Portrait Mode has been a mainstay of the higher-end iPhone lineup since the iPhone 7 Plus. The iPhone 8 Plus and iPhone X both sport the feature, though the latter even has it on the front-facing TrueDepth camera.
Unfortunately if you have an older device, you won’t be able to take advantage of native portrait mode. So if you want portrait mode on an iPhone 6, you’re out of luck. But if you do own a device that lacks the dual-lens camera, you might be able to get similar results with a few third party camera apps instead.
Some of these apps require a little bit of work from the user, but the results speak for themselves.
1. PortraitCam ($3.99)
PortraitCam is a simple yet powerful app that provides users with plenty of tools.
It’s up to you whether you want to snap a new photo directly with PortraitCam, or you can just import it from your Photo Library. If you happen to have an iPhone X (our review), PortraitCam can utilize the TrueDepth camera to preview and capture depth data live, which gives even better results.
When you have your image in PortraitCam, the app will automatically try and detect all faces in the photo. For the most part, the results are decent, but do require a bit of tweaking to be perfect. Just paint the depth mask on the areas you want in focus, or erase the mask when it’s over edges. Once the masking step is done, PortraitCam keeps the subject sharp, while blurring out the rest.
There’s plenty of other features that make PortraitCam worth adding to your photography toolkit. You can adjust the strength of the blur itself, so you can go for a more subtle or overly drastic aesthetic if you prefer. The app allows you to change the aperture of the blur, which tweaks the shape and direction of the bokeh effect. Other tools are available like spin, highlights, fringe, basic editing tools, and more.
To top off your depth-of-field photos, PortraitCam provides a few lighting flares and filters that can make your portraits pop. These are completely optional, but help create unique images that’ll be sure to impress if done right.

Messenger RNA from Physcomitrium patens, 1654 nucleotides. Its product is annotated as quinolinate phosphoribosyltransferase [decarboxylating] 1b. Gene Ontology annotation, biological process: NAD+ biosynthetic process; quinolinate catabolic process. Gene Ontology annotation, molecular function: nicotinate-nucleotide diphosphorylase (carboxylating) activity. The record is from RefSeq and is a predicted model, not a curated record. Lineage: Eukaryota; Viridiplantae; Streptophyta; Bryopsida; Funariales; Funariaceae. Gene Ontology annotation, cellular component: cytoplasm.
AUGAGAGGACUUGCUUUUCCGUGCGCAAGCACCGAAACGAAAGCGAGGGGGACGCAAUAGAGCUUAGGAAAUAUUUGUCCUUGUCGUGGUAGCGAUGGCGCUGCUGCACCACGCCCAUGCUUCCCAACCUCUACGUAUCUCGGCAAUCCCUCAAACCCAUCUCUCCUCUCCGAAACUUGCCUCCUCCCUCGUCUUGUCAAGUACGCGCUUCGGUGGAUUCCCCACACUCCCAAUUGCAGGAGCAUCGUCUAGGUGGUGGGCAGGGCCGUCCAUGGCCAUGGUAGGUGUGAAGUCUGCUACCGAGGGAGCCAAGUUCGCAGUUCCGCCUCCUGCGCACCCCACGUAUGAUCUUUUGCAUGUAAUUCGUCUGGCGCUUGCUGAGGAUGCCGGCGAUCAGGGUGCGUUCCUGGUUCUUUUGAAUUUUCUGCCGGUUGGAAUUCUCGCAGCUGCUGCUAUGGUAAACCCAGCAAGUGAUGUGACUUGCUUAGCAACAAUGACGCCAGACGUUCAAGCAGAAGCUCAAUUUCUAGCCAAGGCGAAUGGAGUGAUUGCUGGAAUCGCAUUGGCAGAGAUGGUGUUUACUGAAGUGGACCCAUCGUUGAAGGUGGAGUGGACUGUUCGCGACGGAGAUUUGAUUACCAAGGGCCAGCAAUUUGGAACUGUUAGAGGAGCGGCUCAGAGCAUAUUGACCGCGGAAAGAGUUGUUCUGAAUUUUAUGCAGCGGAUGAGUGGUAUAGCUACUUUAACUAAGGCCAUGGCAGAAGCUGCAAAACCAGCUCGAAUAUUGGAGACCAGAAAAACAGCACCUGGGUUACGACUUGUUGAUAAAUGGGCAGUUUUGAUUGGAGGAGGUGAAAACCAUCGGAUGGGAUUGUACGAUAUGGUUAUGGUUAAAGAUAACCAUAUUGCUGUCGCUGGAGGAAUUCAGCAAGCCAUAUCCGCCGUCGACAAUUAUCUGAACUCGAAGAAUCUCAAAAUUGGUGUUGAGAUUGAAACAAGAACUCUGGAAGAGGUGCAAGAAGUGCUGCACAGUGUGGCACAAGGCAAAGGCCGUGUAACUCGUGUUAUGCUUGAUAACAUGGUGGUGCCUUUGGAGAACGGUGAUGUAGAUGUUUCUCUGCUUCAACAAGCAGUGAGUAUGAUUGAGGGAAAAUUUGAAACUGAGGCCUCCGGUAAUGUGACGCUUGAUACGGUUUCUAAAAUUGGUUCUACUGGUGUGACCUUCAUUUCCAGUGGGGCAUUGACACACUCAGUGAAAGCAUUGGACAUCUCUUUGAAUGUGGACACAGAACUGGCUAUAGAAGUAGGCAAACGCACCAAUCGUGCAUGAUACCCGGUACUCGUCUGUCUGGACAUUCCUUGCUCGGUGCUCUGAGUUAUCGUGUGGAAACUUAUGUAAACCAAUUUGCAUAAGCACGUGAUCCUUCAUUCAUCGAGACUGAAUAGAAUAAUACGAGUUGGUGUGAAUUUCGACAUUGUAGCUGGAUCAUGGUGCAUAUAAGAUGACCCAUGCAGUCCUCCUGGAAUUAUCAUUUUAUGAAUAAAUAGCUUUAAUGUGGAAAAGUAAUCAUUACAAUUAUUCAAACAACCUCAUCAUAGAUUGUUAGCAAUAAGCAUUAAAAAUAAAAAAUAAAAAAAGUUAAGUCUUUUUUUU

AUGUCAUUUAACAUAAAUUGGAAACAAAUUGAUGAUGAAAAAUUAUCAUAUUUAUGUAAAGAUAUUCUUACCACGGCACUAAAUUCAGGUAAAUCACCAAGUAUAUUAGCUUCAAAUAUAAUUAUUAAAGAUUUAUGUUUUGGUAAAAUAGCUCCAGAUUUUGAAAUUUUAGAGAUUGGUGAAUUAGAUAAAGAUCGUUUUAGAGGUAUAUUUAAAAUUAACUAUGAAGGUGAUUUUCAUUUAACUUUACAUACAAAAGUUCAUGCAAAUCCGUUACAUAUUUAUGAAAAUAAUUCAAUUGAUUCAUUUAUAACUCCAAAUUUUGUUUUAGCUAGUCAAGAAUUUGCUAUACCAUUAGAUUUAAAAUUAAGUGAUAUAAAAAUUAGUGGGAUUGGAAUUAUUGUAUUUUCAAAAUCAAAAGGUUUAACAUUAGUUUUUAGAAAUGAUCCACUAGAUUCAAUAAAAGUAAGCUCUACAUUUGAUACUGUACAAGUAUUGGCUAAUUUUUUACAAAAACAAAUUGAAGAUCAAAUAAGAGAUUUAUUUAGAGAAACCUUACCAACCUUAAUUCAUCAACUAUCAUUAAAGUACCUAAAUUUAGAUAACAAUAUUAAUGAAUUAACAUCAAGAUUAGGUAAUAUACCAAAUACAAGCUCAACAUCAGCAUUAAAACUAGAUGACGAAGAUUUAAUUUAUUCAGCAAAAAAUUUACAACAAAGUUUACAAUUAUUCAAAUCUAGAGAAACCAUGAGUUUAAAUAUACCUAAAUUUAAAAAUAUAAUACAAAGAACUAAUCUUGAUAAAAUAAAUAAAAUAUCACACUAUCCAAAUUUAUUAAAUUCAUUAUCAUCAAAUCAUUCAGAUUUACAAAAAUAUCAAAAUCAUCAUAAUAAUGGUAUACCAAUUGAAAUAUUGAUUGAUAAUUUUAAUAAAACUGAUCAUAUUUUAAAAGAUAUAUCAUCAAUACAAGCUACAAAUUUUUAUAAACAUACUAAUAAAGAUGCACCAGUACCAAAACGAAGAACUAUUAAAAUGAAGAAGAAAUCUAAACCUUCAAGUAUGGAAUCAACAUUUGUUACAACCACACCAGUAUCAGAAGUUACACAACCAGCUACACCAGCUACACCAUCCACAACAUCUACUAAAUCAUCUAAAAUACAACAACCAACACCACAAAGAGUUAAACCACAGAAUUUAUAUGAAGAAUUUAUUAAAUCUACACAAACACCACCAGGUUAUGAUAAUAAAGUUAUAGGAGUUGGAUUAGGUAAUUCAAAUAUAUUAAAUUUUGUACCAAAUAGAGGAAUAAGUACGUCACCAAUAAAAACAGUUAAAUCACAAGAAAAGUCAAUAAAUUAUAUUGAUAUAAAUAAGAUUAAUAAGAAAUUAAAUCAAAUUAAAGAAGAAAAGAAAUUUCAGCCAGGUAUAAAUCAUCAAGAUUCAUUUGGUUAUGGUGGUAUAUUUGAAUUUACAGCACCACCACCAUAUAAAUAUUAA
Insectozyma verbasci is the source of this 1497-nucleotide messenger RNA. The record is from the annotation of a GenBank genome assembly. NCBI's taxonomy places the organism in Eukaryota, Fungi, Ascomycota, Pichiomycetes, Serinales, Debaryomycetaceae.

PortraitCam is one of the pricier options, but it does pack in plenty of useful tools.
2. FabFocus ($3.99)
If you’re looking for more bokeh to add to your portraits, FabFocus helps you achieve just that, with little effort.
Like PortraitCam, FabFocus allows users to snap new photos directly with the app or just import from the Photo Library. The interface is simple enough, but does feel a bit clunky compared to other apps. It’s also slower in terms of detecting faces automatically, but produces more accurate results, which seems like a fair tradeoff.
Once the app has the image, it gets right to work. It performs a facial analysis to determine the faces in the photo, and then finds the rest of the subject, such as the body or bust. Then it blurs the background while keeping the subjects in the foreground sharp and crisp.
Still, even though FabFocus seems more accurate than other apps, it’s not perfect. You may need to do some fine-tuning on the edges, or erase the mask on part of the background. FabFocus lets you go into editing mode, where you can paint in the focus mask or erase it with your finger. You can also adjust the strength of the blur, size of brush for the mask, as well as apply shaped bokeh to point lights in the background.
When you paint in or erase the focus mask, the actual part that paints or erases is above your finger. This is designed to make it easier to see where you’re painting, and not have your thumb or finger block your view. The end result is more accurate depth-of-field that doesn’t look fake.
The only issue with FabFocus is the fact that the app works a bit slower compared to others, and may freeze up occasionally.
3. Fore Photo (Free)
Just want a super simple app for adding depth effects to your images? Then Fore Photo gets the job done.
Fore Photo has a minimal user interface that stays out of the way and it’s super fast and responsive. Unfortunately, Fore Photo only lets you import from your Photo Library, so you can’t just snap a new photo while using the app. But accessing your older images is quick and easy.
The moment you load your photo into Fore Photo, the app uses a neural network to automatically detects subjects in the foreground. It then blurs the background in a way that’s similar to shallow depth of field on DSLRs.
Like other apps, Fore Photo is not perfect, though it’s fairly accurate. You can edit the focus mask by painting what you want in focus, and use the eraser tool to clean up the edges. Changes are rendered quickly and effortlessly, much faster than the competition.
There are five settings for the strength of the blur, which you can select in the toolbar under the photo. The default option is always the middle, but you can go left for more subtlety, or right for more extreme depth.